Shadows of Berlin – David R. Gilliam

Rachel Perlman is married to Aaron, a “Flatbush Jew.” It is the early/mid- 1950s. She is a displaced person from Berlin, Germany, a Jew who survived the Holocaust and is left with the knowledge her mother perished in a gas chamber. Rachel has suffered deep trauma over part of what she did to survive. Rachel’s uncle (Feter Fritz) also survived after internment in a camp and he also lives in New York. He was her mother’s art agent and was something of a raconteur.. Shadows of Berlin brings together the fragments that are Rachel’s life, from childhood, when she was jealous that the cat had taken to her mother’s beautiful model to that model becoming dangerous to them, as well as other Jews in Berlin when she becomes a “catcher” for the Nazis, identifying and arresting underground Jews.

We experience chapters focused on this model/muse, Rachel’s mother, and others caught up in trying to survive, tumbled up Rachel’s memories and ghostly interactions, throughout the novel. We are privy to a fifties marriage where the nice enough Aaron wants his wife to keep the apartment clean and have a baby. Instead she cracks up at work and spends a night at Bellevue and now she needs to see a costly shrink. We are let into the past and the present that is Uncle Fritz, who lives in poverty and continues to look for the main chance to be the mover and shaker he was in pre-war Berlin. We meed Aaron’s family, witness a Seder with the typically odd mix of extended family, his sister Naomi who is a rebel and smokes pot, his mother whose gifts to Rachel always reflect something where Rachel is personally lacking. Aaron has family. Rachel has … Uncle Fritz, who always wants something from her.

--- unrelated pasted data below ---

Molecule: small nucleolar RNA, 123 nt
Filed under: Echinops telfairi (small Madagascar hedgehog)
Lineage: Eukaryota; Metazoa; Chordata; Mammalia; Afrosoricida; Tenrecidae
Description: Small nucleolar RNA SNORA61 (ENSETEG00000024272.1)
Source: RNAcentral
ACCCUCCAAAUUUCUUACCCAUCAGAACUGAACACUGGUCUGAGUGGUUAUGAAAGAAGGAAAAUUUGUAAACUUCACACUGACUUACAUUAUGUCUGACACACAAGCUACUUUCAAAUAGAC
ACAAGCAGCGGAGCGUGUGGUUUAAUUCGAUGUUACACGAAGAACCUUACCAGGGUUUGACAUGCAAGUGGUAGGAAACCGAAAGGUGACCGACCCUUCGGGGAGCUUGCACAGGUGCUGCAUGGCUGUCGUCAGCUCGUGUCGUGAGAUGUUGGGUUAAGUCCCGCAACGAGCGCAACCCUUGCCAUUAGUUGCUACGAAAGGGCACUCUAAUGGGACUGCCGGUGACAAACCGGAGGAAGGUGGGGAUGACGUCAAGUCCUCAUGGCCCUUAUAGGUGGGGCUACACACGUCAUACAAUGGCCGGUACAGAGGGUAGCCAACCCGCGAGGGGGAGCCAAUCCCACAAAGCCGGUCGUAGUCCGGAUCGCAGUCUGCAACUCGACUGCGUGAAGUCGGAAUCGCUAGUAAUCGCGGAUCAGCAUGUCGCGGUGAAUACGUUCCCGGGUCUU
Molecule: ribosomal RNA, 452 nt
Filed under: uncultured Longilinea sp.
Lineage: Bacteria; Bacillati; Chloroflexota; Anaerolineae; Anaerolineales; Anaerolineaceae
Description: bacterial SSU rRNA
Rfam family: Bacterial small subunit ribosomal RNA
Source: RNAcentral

I like the choices Gillham made when he wove the story from present 1950s to pre-war and war years in Berlin– not long ago– yet treated in New York almost like ancient history. Rachel’s life included starving on the streets of Berlin trying not be be caught, facing transport to camps and having to sell at least part of her soul to live one more day, with no future guaranteed. When she looks back, she is forced to reconcile decisions made in a completely deprived past with a bountiful life in the United States. There is excess of everything and to those around her the knowledge of Nazi atrocities is abstract. Most of them saw it in movies shown of camp liberations. Aaron didn’t even serve overseas, but in California, working on USO shows. People around Rachel are horrified, but they are not damaged like Rachel and their efforts to understand her fall short..

The characters are well-developed, often humorous, and most are just trying to make it in their world, some with less success than others. This was definitely a “can’t put it down” novel for me in part because of the array of characters and the choices each make. Some of those we get to know best are Rachel’s ghosts, among them her mother whose voice is strong in Rachel’s mind and not always kind. The novel touches on psychoanalysis and the Millville pill, on a true part of WWII history where a few Jewish people collaborated with the Nazis to turn in Jews, on race relations in the US, and on what it means to figure out how to live our lives, even if they include devastating trauma that can only be imperfectly managed.

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